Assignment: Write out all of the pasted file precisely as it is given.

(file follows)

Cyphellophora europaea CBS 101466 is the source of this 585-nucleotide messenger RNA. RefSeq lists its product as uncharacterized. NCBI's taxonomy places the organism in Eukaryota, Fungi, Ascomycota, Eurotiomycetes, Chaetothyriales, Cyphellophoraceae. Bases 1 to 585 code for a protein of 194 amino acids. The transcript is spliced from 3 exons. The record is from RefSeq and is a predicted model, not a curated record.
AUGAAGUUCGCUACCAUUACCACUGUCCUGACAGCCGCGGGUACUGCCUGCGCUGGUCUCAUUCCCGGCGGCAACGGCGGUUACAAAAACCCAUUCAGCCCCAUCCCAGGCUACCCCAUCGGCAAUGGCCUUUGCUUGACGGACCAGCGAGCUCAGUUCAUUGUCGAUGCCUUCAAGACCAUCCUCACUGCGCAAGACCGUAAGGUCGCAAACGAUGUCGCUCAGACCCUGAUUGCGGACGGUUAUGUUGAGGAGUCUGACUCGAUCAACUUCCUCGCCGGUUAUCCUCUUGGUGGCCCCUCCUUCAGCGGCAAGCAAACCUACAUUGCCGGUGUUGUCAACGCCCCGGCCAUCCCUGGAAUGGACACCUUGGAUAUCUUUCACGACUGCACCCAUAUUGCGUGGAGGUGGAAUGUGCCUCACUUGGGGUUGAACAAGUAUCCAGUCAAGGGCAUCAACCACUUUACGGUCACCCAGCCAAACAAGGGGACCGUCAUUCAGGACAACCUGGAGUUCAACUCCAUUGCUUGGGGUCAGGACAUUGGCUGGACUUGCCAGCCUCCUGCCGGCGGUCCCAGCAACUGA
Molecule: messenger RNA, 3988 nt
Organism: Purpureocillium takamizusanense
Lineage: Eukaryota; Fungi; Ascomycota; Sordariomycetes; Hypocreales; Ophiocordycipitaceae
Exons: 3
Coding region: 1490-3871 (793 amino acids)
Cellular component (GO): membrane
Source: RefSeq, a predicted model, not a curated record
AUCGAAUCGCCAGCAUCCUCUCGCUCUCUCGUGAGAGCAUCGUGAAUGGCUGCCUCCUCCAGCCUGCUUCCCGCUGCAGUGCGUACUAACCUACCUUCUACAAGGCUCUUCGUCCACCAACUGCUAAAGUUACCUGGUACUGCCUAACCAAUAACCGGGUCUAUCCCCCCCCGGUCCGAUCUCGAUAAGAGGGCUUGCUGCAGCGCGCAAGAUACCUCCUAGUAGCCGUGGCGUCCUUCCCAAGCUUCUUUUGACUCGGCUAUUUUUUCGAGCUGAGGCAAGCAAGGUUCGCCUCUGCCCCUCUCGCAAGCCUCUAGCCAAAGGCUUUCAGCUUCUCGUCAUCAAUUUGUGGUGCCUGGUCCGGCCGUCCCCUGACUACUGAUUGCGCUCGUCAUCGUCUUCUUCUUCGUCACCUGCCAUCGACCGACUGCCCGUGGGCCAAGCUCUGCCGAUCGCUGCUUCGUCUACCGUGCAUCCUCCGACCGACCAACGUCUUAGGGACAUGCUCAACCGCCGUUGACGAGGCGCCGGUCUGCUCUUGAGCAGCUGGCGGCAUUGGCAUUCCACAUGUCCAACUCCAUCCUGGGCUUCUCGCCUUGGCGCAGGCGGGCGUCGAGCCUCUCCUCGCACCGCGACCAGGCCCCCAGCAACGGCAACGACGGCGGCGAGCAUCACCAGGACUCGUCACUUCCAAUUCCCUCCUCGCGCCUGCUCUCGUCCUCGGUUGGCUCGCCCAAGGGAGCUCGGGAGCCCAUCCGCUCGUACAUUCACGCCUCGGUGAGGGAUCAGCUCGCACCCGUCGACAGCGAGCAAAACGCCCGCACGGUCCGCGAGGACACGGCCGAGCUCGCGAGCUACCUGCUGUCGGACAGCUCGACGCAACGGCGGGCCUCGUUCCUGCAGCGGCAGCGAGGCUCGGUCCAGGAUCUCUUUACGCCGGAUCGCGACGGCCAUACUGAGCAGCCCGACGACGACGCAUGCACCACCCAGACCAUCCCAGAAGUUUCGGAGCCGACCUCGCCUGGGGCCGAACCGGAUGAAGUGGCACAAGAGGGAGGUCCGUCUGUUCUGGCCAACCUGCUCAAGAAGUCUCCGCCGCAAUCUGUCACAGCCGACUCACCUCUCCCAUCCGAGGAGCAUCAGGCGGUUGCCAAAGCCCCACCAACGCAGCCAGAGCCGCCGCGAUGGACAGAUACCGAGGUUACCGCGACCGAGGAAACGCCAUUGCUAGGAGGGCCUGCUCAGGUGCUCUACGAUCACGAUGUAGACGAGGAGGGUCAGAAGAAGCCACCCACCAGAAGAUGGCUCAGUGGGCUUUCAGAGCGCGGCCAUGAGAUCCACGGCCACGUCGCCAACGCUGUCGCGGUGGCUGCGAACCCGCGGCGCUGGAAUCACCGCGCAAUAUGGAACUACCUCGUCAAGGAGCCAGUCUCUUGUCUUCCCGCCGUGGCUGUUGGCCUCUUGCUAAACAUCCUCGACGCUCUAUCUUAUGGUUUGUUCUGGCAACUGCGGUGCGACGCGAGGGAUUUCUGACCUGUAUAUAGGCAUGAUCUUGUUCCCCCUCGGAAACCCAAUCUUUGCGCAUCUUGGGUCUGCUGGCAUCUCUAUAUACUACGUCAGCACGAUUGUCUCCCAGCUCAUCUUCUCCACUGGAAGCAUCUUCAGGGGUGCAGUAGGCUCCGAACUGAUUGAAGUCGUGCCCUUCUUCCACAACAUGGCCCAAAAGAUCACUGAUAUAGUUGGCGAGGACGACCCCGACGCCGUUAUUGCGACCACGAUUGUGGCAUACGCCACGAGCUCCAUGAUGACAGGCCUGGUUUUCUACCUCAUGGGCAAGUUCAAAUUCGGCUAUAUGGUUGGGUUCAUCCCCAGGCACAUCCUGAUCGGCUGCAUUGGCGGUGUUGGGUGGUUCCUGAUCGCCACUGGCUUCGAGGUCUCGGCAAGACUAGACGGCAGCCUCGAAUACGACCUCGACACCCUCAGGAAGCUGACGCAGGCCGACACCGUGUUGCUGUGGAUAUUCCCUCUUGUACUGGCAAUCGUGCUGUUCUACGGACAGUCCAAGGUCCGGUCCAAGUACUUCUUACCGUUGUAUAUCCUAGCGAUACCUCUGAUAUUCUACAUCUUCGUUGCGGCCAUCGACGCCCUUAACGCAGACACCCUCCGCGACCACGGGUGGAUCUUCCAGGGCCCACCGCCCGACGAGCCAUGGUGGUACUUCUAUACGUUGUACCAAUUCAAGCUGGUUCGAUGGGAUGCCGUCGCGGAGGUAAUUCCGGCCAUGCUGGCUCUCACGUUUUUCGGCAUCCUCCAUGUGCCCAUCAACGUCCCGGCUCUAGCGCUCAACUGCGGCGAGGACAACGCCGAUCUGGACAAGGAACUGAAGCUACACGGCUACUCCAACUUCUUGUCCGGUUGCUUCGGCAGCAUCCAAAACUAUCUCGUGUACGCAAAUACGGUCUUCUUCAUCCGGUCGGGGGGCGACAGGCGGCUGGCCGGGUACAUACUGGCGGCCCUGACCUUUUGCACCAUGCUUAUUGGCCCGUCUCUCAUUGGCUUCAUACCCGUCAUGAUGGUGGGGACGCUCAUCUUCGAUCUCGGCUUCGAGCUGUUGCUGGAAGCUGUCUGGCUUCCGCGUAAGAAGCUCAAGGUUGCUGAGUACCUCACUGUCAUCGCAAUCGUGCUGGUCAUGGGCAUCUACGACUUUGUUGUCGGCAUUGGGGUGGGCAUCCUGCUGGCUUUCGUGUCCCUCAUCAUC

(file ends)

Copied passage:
Cyphellophora europaea CBS 101466 is the source of this 585-nucleotide messenger RNA. RefSeq lists its product as uncharacterized. NCBI's taxonomy places the organism in Eukaryota, Fungi, Ascomycota, Eurotiomycetes, Chaetothyriales, Cyphellophoraceae. Bases 1 to 585 code for a protein of 194 amino acids. The transcript is spliced from 3 exons. The record is from RefSeq and is a predicted model, not a curated record.
AUGAAGUUCGCUACCAUUACCACUGUCCUGACAGCCGCGGGUACUGCCUGCGCUGGUCUCAUUCCCGGCGGCAACGGCGGUUACAAAAACCCAUUCAGCCCCAUCCCAGGCUACCCCAUCGGCAAUGGCCUUUGCUUGACGGACCAGCGAGCUCAGUUCAUUGUCGAUGCCUUCAAGACCAUCCUCACUGCGCAAGACCGUAAGGUCGCAAACGAUGUCGCUCAGACCCUGAUUGCGGACGGUUAUGUUGAGGAGUCUGACUCGAUCAACUUCCUCGCCGGUUAUCCUCUUGGUGGCCCCUCCUUCAGCGGCAAGCAAACCUACAUUGCCGGUGUUGUCAACGCCCCGGCCAUCCCUGGAAUGGACACCUUGGAUAUCUUUCACGACUGCACCCAUAUUGCGUGGAGGUGGAAUGUGCCUCACUUGGGGUUGAACAAGUAUCCAGUCAAGGGCAUCAACCACUUUACGGUCACCCAGCCAAACAAGGGGACCGUCAUUCAGGACAACCUGGAGUUCAACUCCAUUGCUUGGGGUCAGGACAUUGGCUGGACUUGCCAGCCUCCUGCCGGCGGUCCCAGCAACUGA
Molecule: messenger RNA, 3988 nt
Organism: Purpureocillium takamizusanense
Lineage: Eukaryota; Fungi; Ascomycota; Sordariomycetes; Hypocreales; Ophiocordycipitaceae
Exons: 3
Coding region: 1490-3871 (793 amino acids)
Cellular component (GO): membrane
Source: RefSeq, a predicted model, not a curated record
AUCGAAUCGCCAGCAUCCUCUCGCUCUCUCGUGAGAGCAUCGUGAAUGGCUGCCUCCUCCAGCCUGCUUCCCGCUGCAGUGCGUACUAACCUACCUUCUACAAGGCUCUUCGUCCACCAACUGCUAAAGUUACCUGGUACUGCCUAACCAAUAACCGGGUCUAUCCCCCCCCGGUCCGAUCUCGAUAAGAGGGCUUGCUGCAGCGCGCAAGAUACCUCCUAGUAGCCGUGGCGUCCUUCCCAAGCUUCUUUUGACUCGGCUAUUUUUUCGAGCUGAGGCAAGCAAGGUUCGCCUCUGCCCCUCUCGCAAGCCUCUAGCCAAAGGCUUUCAGCUUCUCGUCAUCAAUUUGUGGUGCCUGGUCCGGCCGUCCCCUGACUACUGAUUGCGCUCGUCAUCGUCUUCUUCUUCGUCACCUGCCAUCGACCGACUGCCCGUGGGCCAAGCUCUGCCGAUCGCUGCUUCGUCUACCGUGCAUCCUCCGACCGACCAACGUCUUAGGGACAUGCUCAACCGCCGUUGACGAGGCGCCGGUCUGCUCUUGAGCAGCUGGCGGCAUUGGCAUUCCACAUGUCCAACUCCAUCCUGGGCUUCUCGCCUUGGCGCAGGCGGGCGUCGAGCCUCUCCUCGCACCGCGACCAGGCCCCCAGCAACGGCAACGACGGCGGCGAGCAUCACCAGGACUCGUCACUUCCAAUUCCCUCCUCGCGCCUGCUCUCGUCCUCGGUUGGCUCGCCCAAGGGAGCUCGGGAGCCCAUCCGCUCGUACAUUCACGCCUCGGUGAGGGAUCAGCUCGCACCCGUCGACAGCGAGCAAAACGCCCGCACGGUCCGCGAGGACACGGCCGAGCUCGCGAGCUACCUGCUGUCGGACAGCUCGACGCAACGGCGGGCCUCGUUCCUGCAGCGGCAGCGAGGCUCGGUCCAGGAUCUCUUUACGCCGGAUCGCGACGGCCAUACUGAGCAGCCCGACGACGACGCAUGCACCACCCAGACCAUCCCAGAAGUUUCGGAGCCGACCUCGCCUGGGGCCGAACCGGAUGAAGUGGCACAAGAGGGAGGUCCGUCUGUUCUGGCCAACCUGCUCAAGAAGUCUCCGCCGCAAUCUGUCACAGCCGACUCACCUCUCCCAUCCGAGGAGCAUCAGGCGGUUGCCAAAGCCCCACCAACGCAGCCAGAGCCGCCGCGAUGGACAGAUACCGAGGUUACCGCGACCGAGGAAACGCCAUUGCUAGGAGGGCCUGCUCAGGUGCUCUACGAUCACGAUGUAGACGAGGAGGGUCAGAAGAAGCCACCCACCAGAAGAUGGCUCAGUGGGCUUUCAGAGCGCGGCCAUGAGAUCCACGGCCACGUCGCCAACGCUGUCGCGGUGGCUGCGAACCCGCGGCGCUGGAAUCACCGCGCAAUAUGGAACUACCUCGUCAAGGAGCCAGUCUCUUGUCUUCCCGCCGUGGCUGUUGGCCUCUUGCUAAACAUCCUCGACGCUCUAUCUUAUGGUUUGUUCUGGCAACUGCGGUGCGACGCGAGGGAUUUCUGACCUGUAUAUAGGCAUGAUCUUGUUCCCCCUCGGAAACCCAAUCUUUGCGCAUCUUGGGUCUGCUGGCAUCUCUAUAUACUACGUCAGCACGAUUGUCUCCCAGCUCAUCUUCUCCACUGGAAGCAUCUUCAGGGGUGCAGUAGGCUCCGAACUGAUUGAAGUCGUGCCCUUCUUCCACAACAUGGCCCAAAAGAUCACUGAUAUAGUUGGCGAGGACGACCCCGACGCCGUUAUUGCGACCACGAUUGUGGCAUACGCCACGAGCUCCAUGAUGACAGGCCUGGUUUUCUACCUCAUGGGCAAGUUCAAAUUCGGCUAUAUGGUUGGGUUCAUCCCCAGGCACAUCCUGAUCGGCUGCAUUGGCGGUGUUGGGUGGUUCCUGAUCGCCACUGGCUUCGAGGUCUCGGCAAGACUAGACGGCAGCCUCGAAUACGACCUCGACACCCUCAGGAAGCUGACGCAGGCCGACACCGUGUUGCUGUGGAUAUUCCCUCUUGUACUGGCAAUCGUGCUGUUCUACGGACAGUCCAAGGUCCGGUCCAAGUACUUCUUACCGUUGUAUAUCCUAGCGAUACCUCUGAUAUUCUACAUCUUCGUUGCGGCCAUCGACGCCCUUAACGCAGACACCCUCCGCGACCACGGGUGGAUCUUCCAGGGCCCACCGCCCGACGAGCCAUGGUGGUACUUCUAUACGUUGUACCAAUUCAAGCUGGUUCGAUGGGAUGCCGUCGCGGAGGUAAUUCCGGCCAUGCUGGCUCUCACGUUUUUCGGCAUCCUCCAUGUGCCCAUCAACGUCCCGGCUCUAGCGCUCAACUGCGGCGAGGACAACGCCGAUCUGGACAAGGAACUGAAGCUACACGGCUACUCCAACUUCUUGUCCGGUUGCUUCGGCAGCAUCCAAAACUAUCUCGUGUACGCAAAUACGGUCUUCUUCAUCCGGUCGGGGGGCGACAGGCGGCUGGCCGGGUACAUACUGGCGGCCCUGACCUUUUGCACCAUGCUUAUUGGCCCGUCUCUCAUUGGCUUCAUACCCGUCAUGAUGGUGGGGACGCUCAUCUUCGAUCUCGGCUUCGAGCUGUUGCUGGAAGCUGUCUGGCUUCCGCGUAAGAAGCUCAAGGUUGCUGAGUACCUCACUGUCAUCGCAAUCGUGCUGGUCAUGGGCAUCUACGACUUUGUUGUCGGCAUUGGGGUGGGCAUCCUGCUGGCUUUCGUGUCCCUCAUCAUC